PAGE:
Rugged laptops are a tiny part of Dell’s portfolio. They are looking to expand that, bringing more functionality from their other PC lines into their ruggeds to give them more feature differentiation in the rugged space.
Dell has announced a major refresh of their rugged mobile device portfolio, with major upgrades to three of the five products in it. The new products – all Latitude notebooks, incorporate technology from Dell’s many other PC lines to address specific needs within the rugged market.
“A lot of folks look at Dell PCs and know the commercial and consumer business, but rugged is one of our best kept secrets – unfortunately,” said Umang Patel, Marketing Director and Product Manager for Dell Rugged. “We are a small part of the Dell portfolio, but we have been doing this for about 12 years now.”
“We had a conversation with a government customer many years ago who said that our commercial products didn’t translate well to rugged environments,” Patel indicated. “We knew how to make a commercial product. So we developed a very rugged product that had the typical defects of rugged products. The analogy I like to use is three-day old pizza. You couldn’t get the latest Intel technology, or the latest features, and you were locked into an environment. Over time we learned what the market wanted, and about six years ago we doubled down to bring our commercial experience to the rugged space so that we would serve fresh piping hot pizza, and bring mainstream advances in technology into a ground-up design. We threw everything we knew about rugged out of the window, and we designed what became this line, and over the last six years we have had tremendous growth.”
Dell is not the market leader in rugged PCs. Panasonic is, according to VDC Research, the leading analyst firm tracking the rugged mobility market.
“We are a solid number two position though in many markets, even though our portfolio is very lean,” Patel indicated. “We have only five devices across the board. The competition has many more. We have only one rugged tablet in our portfolio, and are number three in tablets, with 12 per cent share, with just the one product.”
Historically, most of Dell’s rugged devices have been sold direct.
“We are building stronger relationships with the channel to sell these,” Patel said. “Big resellers like CDW do things in rugged as well. There are also a lot of small partners who do very intimate integrations with customers like local police departments. They all benefit from our ability to custom configure to any specification and deliver it in about 15 days.
Three of the five items in the portfolio – all Rugged Latitude Laptops – are impacted with this release, the Rugged Latitude 5420, the Rugged Latitude 5424, and the Rugged Latitude 7424. The 5000 series are semi-rugged while the 7000 is fully rugged.
“The Rugged Latitude 5420 is lean and mean, with a 10 inch screen,” Patel said. It is 22 per cent lighter and thinner than before. “The 5424 is its bigger brother, a 14 inch legacy box, while the 7424 is the fully rugged 14 inch model.”
The new models have up-to-date feature functionality imported from other Dell PC lines, as well as standard rugged features like MIL-STD-810G testing and operating thermal ranges that cover extremes of heat and cold.
“We have bought the Alienware technology over to the rugged side with multi-colour programmable Alienware keyboard backlighting,” Patel said. “Having the ability to customize the keyboard to different colours fits with some customers’ desire to employ these for night use. It’s also more differentiated and customers value that. This generation of ruggeds also benefits from our partnering with the Precision workstation team to put that graphics card. We have compensated for the extra heat with design modifications to bring the technology advancement in.”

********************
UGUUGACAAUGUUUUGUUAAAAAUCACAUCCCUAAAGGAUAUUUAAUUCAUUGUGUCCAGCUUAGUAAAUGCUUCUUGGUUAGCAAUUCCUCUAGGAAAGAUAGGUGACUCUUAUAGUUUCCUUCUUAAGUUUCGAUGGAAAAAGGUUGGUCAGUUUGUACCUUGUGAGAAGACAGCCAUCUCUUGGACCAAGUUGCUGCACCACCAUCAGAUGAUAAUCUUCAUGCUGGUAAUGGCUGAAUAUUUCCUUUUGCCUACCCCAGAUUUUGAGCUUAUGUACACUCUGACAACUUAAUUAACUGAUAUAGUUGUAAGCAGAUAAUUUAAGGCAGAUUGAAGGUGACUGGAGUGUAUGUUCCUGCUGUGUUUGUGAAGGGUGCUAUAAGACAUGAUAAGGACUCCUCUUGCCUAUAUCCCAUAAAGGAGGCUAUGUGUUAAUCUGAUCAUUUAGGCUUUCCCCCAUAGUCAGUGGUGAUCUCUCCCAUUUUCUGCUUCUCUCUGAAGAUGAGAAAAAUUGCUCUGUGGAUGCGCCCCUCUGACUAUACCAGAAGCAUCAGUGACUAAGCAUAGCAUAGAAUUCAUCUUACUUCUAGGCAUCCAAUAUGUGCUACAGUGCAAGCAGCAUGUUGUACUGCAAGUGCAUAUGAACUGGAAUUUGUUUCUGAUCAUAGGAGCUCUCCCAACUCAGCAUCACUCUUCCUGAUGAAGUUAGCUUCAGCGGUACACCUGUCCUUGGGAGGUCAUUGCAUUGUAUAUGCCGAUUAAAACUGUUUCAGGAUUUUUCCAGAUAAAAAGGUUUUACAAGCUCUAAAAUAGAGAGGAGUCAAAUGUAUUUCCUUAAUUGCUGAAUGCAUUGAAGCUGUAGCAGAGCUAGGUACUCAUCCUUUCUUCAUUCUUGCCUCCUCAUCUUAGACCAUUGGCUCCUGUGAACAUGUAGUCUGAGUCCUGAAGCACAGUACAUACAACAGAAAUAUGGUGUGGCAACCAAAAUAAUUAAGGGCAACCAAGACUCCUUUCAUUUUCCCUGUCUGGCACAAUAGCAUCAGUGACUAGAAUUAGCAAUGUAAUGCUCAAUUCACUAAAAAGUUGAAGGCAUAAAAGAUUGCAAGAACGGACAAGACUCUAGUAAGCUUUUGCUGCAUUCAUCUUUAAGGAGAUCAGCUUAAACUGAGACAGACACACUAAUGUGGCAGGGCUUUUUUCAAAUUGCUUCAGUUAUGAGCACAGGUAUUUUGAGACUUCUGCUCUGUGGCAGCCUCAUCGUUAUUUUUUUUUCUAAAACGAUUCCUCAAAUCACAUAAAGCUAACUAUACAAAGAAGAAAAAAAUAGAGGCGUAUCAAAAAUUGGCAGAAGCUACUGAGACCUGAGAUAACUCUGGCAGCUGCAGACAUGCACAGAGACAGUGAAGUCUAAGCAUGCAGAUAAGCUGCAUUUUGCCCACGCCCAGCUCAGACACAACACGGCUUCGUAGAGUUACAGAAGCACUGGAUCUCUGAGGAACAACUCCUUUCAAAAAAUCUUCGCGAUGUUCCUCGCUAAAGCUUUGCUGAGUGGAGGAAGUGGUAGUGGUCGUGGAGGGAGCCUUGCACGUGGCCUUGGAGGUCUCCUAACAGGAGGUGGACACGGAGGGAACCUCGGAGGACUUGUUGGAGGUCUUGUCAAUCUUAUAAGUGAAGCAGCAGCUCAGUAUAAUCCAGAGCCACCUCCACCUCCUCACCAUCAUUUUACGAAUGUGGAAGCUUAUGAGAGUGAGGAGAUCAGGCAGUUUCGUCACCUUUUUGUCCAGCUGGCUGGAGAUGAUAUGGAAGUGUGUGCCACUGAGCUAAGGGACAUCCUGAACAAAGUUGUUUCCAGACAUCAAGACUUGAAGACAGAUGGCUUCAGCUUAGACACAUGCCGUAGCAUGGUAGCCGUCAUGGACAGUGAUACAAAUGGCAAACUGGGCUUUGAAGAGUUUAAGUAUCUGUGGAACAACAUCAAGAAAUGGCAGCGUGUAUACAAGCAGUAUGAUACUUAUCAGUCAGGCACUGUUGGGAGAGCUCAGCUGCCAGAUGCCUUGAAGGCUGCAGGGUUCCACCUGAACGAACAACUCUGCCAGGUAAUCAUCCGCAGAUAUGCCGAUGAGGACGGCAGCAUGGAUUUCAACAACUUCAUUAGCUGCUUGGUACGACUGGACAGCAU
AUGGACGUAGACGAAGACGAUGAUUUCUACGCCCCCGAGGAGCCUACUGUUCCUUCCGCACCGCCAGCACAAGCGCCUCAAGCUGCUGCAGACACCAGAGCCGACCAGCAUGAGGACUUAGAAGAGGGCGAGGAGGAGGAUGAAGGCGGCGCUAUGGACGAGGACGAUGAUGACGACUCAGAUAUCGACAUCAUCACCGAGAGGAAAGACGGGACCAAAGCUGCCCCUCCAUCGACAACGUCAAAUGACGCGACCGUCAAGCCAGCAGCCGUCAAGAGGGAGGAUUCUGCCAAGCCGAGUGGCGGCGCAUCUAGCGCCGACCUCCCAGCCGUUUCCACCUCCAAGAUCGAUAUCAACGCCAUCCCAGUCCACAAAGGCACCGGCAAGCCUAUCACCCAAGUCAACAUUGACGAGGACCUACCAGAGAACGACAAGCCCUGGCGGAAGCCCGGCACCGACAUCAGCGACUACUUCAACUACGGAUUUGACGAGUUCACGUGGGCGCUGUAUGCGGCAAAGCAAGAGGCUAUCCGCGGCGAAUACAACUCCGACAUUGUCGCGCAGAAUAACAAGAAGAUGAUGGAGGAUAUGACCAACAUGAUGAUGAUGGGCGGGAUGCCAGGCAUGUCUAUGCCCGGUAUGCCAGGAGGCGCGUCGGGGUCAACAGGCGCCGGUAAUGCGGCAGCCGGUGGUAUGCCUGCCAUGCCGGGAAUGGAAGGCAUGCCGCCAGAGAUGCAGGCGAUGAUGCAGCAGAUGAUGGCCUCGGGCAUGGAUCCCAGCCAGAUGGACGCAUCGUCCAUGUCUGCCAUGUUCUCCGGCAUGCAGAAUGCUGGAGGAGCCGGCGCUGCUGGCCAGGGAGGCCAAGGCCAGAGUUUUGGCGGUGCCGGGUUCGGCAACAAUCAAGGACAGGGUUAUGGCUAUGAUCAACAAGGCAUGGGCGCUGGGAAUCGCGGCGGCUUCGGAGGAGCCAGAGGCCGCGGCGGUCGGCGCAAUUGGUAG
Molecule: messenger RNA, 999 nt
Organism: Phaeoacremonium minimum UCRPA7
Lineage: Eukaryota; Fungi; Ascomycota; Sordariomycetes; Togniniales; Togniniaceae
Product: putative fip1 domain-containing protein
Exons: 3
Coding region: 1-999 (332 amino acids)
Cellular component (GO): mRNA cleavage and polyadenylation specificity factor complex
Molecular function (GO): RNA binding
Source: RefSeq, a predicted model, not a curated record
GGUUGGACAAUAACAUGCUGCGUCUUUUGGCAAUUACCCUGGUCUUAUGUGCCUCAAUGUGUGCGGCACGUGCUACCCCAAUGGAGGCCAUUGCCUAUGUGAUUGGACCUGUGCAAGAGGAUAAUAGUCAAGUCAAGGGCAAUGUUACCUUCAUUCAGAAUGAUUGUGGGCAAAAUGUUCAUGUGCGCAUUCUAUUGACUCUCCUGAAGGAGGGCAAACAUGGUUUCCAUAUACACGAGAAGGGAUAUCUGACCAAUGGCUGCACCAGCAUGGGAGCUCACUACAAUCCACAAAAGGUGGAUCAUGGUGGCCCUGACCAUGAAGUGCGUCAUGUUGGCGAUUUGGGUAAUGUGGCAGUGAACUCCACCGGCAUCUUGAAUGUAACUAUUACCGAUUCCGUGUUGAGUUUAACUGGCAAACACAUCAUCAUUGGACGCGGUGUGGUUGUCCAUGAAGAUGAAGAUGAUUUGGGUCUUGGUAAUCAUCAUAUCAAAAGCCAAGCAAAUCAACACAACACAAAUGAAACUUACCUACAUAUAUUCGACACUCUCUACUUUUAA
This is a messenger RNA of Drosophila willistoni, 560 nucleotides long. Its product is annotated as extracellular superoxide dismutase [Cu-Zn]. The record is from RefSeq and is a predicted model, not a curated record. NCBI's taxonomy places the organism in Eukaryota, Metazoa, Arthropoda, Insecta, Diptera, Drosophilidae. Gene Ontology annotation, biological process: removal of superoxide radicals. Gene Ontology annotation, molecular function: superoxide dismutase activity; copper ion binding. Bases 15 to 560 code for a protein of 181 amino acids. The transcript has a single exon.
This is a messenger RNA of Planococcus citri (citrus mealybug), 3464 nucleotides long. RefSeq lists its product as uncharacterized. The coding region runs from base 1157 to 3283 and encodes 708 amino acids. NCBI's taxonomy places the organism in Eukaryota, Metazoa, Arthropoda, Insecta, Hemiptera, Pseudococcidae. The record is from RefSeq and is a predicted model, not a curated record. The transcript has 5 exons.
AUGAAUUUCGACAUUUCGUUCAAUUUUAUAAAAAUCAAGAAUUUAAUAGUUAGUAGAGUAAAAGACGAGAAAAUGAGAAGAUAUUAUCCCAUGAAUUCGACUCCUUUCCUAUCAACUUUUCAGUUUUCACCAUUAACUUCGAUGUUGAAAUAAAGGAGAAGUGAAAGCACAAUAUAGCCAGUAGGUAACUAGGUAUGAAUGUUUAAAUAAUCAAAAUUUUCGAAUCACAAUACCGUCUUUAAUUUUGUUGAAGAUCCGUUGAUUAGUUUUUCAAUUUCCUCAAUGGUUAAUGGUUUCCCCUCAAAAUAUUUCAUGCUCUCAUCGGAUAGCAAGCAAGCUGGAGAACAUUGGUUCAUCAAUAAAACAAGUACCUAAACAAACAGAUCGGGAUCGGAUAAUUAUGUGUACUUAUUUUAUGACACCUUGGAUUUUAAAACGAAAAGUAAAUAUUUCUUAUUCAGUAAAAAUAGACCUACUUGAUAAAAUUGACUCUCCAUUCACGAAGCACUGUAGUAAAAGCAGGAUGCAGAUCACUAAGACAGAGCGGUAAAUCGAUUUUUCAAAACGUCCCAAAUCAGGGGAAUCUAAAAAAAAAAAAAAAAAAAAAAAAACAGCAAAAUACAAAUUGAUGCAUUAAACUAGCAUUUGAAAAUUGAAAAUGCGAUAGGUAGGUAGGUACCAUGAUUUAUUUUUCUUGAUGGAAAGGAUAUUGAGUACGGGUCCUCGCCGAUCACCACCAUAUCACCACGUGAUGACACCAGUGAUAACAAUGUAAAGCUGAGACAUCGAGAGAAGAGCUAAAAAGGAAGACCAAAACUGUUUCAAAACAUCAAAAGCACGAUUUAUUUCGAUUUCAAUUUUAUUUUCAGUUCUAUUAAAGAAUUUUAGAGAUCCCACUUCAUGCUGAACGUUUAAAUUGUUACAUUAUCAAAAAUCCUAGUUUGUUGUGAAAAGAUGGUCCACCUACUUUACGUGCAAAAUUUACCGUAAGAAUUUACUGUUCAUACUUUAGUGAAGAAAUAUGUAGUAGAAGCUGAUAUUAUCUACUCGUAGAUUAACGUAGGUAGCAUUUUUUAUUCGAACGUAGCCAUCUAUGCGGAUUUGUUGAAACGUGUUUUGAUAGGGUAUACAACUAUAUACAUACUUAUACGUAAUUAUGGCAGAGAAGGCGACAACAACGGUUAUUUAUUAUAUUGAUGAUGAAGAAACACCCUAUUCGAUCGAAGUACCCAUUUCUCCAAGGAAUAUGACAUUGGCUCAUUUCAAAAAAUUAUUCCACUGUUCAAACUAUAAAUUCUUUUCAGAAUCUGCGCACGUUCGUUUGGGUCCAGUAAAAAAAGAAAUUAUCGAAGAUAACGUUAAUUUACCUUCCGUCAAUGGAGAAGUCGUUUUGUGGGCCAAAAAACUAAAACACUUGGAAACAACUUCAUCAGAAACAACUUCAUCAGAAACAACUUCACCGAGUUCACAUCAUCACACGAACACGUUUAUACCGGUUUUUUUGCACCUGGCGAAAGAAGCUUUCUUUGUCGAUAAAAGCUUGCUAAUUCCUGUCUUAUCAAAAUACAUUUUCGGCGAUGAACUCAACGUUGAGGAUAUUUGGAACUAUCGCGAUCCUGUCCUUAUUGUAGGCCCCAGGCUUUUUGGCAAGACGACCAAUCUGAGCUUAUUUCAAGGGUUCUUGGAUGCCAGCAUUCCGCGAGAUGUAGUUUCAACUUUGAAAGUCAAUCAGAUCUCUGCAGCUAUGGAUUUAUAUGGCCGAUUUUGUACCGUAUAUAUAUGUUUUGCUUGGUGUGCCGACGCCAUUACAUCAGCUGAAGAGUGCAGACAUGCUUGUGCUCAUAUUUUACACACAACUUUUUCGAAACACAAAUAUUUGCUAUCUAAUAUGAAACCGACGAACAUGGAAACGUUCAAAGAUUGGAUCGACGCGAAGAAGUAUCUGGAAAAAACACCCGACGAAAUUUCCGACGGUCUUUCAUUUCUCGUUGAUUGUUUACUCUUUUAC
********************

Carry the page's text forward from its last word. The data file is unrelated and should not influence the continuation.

The screens are also state of the art.
“We have bumped all of the LCDs up so they have darker, crisper displays, and are much more in line with our XPS line for colour and clarity,” Patel noted. “They have some of the brightest panels in the industry, as well as anti-glare shielding. We have also introduced swappable dual batteries in the 14 inch models, which are useful in supporting the Precision Graphics, and which effectively give perpetual battery life.”
For the public safety sector, Patel said that the Dell Rugged Latitudes are the first in the segment to adopt the AT&T FirstNet first responder broadband network.
“These are FirstNet-ready out of the box,” he stated.
The two 14-inch models also have the ability to have legacy features provided to fit specific use cases.
“These are things most customers won’t need, but which are critical for some,” Patel said. “One is the ability to have an optical drive instead of a USB. In the U.S. military, USB drives are a no-no, and an optical drive is still a very sacred thing. They can also come with PCI Express cards, which are long out of date in mainstream machines but can be critical in some use cases for uploading and doing diagnostics. For customers who need or want processor consistency, we can provide these with Intel processors back down to the 6th generation Skylake, not just the latest technology, although the standard is the 8th generation Intel Core processor.”
The Latitude 5420 Rugged Notebook starts at 4.9lbs and comes with up to 2TB of solid state storage, at a starting price of $USD 1399. The Latitude 5424 Rugged Notebook starts at 5.5lbs, with up to 4TB of solid state storage, and starts at $USD $1449. The fully rugged Latitude 7424 Rugged Notebook has the same 4 TB of storage, but is much heavier, starting at 7.6lbs. Its starting price is $USD $3499.